p.989: As activists who were experienced in traditional forms of civil disobedience in the physical world began to move their actions into the digital realm, they attempted to bring those practices with them. Seeing a parallel, some early practitioners of digital activism adapted the established concept of the sit-in and dubbed their DDOS actions “digital” or “virtual sit-ins” (Rolfe, 2005). -- Highlighted apr 19, 2014

p.989: The DDOS was viewed as an auxiliary political act, a way to “leave one’s computer protesting at home and then hit the streets to do the same” (Dominguez, 2009, p. 1810). -- Highlighted apr 19, 2014

p.989: The EDT was particularly conscious of media attention paid to its actions, taking care to distribute press releases to major media outlets and to announce all actions publically beforehand (Dominguez, 2009). -- Highlighted apr 19, 2014

p.990: The Critical Art Ensemble envisioned practitioners of what they termed “electronic civil disobedience” to operate as small, semiautonomous cells of specialized practitioners, each performing a specific action or role within a larger organization while simultaneously maintaining individual identities within the larger group (Critical Art Ensemble, 1996). -- Highlighted apr 19, 2014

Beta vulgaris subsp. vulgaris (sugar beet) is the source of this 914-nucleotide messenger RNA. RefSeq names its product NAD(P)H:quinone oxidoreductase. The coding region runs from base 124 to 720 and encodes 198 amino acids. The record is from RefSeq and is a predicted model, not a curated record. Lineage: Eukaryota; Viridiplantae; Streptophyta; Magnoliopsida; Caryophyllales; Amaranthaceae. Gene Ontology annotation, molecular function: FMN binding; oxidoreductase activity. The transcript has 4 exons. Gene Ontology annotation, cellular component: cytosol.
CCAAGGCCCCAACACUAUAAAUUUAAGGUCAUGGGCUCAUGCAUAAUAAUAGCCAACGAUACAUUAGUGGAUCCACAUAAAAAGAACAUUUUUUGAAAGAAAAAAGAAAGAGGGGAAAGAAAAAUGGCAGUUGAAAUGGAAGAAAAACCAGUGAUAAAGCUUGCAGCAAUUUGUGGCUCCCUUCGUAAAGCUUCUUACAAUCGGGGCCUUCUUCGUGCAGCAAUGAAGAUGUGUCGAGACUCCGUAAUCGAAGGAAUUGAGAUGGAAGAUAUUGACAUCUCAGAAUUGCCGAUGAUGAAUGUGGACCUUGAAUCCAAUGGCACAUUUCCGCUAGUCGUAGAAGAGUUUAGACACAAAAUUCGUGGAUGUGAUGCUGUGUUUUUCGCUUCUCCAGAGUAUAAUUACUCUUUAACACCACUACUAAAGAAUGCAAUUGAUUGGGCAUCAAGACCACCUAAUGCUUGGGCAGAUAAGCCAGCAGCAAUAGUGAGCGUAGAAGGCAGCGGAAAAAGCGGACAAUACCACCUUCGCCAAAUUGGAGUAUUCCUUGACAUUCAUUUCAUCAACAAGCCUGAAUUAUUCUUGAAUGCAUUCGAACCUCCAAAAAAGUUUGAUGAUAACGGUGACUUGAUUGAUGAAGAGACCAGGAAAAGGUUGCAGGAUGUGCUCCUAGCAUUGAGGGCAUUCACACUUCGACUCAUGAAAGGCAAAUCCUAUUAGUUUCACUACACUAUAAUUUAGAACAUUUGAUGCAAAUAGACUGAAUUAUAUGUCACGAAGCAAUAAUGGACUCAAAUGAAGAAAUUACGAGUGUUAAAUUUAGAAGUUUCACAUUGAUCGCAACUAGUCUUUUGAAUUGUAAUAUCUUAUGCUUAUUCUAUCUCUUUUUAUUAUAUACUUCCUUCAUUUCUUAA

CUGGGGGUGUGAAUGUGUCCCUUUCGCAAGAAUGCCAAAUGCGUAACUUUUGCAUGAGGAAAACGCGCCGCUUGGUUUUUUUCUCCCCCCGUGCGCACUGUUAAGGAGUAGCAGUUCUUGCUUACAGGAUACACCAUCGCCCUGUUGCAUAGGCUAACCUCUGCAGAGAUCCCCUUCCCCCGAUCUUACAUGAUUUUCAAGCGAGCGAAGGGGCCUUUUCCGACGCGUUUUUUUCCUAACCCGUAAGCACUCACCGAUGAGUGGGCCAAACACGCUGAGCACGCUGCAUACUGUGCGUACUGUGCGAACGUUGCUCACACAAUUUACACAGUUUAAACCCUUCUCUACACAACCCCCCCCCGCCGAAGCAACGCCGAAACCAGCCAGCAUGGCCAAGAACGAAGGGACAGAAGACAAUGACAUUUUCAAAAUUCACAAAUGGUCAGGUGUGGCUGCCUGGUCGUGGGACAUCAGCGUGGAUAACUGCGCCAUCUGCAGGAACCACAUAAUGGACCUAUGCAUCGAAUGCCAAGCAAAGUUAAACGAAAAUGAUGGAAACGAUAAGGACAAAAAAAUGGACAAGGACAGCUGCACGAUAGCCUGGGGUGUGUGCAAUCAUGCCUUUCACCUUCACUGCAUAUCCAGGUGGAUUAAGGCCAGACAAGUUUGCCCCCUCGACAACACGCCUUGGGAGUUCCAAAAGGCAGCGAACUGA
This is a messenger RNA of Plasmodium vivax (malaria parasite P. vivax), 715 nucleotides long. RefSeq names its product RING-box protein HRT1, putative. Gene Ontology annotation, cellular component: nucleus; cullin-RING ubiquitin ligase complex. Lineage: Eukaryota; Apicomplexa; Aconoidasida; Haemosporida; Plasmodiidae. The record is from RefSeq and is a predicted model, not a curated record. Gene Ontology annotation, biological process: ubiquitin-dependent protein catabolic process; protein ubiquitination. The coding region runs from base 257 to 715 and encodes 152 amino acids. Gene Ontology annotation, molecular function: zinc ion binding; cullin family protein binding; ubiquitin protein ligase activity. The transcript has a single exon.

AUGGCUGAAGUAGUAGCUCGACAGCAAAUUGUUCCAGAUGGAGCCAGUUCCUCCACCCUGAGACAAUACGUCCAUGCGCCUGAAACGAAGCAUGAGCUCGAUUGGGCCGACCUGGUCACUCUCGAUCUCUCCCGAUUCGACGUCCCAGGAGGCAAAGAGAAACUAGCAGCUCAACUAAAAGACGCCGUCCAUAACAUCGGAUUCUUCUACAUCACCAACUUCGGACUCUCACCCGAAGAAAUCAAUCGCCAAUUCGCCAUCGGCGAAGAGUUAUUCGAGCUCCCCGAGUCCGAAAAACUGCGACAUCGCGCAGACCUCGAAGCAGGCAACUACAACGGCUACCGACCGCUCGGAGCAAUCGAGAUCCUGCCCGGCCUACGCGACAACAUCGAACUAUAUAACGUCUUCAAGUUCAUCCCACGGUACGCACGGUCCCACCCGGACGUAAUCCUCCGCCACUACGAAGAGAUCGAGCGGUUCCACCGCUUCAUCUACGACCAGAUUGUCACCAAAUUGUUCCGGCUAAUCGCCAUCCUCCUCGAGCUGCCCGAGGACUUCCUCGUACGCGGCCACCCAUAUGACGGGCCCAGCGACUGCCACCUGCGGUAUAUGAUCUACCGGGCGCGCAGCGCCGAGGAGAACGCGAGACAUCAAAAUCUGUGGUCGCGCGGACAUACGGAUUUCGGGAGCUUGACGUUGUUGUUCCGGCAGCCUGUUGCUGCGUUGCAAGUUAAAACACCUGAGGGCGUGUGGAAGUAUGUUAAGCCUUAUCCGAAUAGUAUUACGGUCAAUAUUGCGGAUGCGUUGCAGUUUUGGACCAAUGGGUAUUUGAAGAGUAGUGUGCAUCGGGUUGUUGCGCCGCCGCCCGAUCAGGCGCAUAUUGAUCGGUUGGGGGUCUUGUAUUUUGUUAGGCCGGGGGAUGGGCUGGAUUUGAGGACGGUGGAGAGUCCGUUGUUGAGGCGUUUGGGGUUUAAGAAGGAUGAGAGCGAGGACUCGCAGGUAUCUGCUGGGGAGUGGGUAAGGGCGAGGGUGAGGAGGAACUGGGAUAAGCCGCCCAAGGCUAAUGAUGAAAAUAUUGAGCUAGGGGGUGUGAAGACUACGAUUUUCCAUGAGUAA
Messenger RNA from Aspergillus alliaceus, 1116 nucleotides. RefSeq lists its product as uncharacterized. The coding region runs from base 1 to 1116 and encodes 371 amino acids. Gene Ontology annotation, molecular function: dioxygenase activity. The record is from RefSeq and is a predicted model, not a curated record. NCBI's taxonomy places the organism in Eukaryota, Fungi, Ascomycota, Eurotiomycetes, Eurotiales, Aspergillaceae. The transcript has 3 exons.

p.990: Anonymous’s media-heavy strategy, including the use of videos and graphical manifestos and announcements released online, aligns it with groups such as the EDT, and its digitalnative culture and net-freedom ideology places it on the same ground as hacktivist groups such as the Cult of the Dead Cow. -- Highlighted apr 19, 2014

p.992: Much of the functionality present in LOIC, the DDOS tool used by Anonymous during Operation Chanology and Operation Payback, was present in earlier DDOS tools, such as FloodNet, a tool developed by the EDT in the late 1990s. In this section, I will be tracing the development of the FloodNet and LOIC DDOS tools, highlighting where their functionalities overlap and diverge. The language and memes used in the tool interfaces are of particular interest here, as they can be analyzed to show the lineage and intended audience for the tool. -- Highlighted apr 19, 2014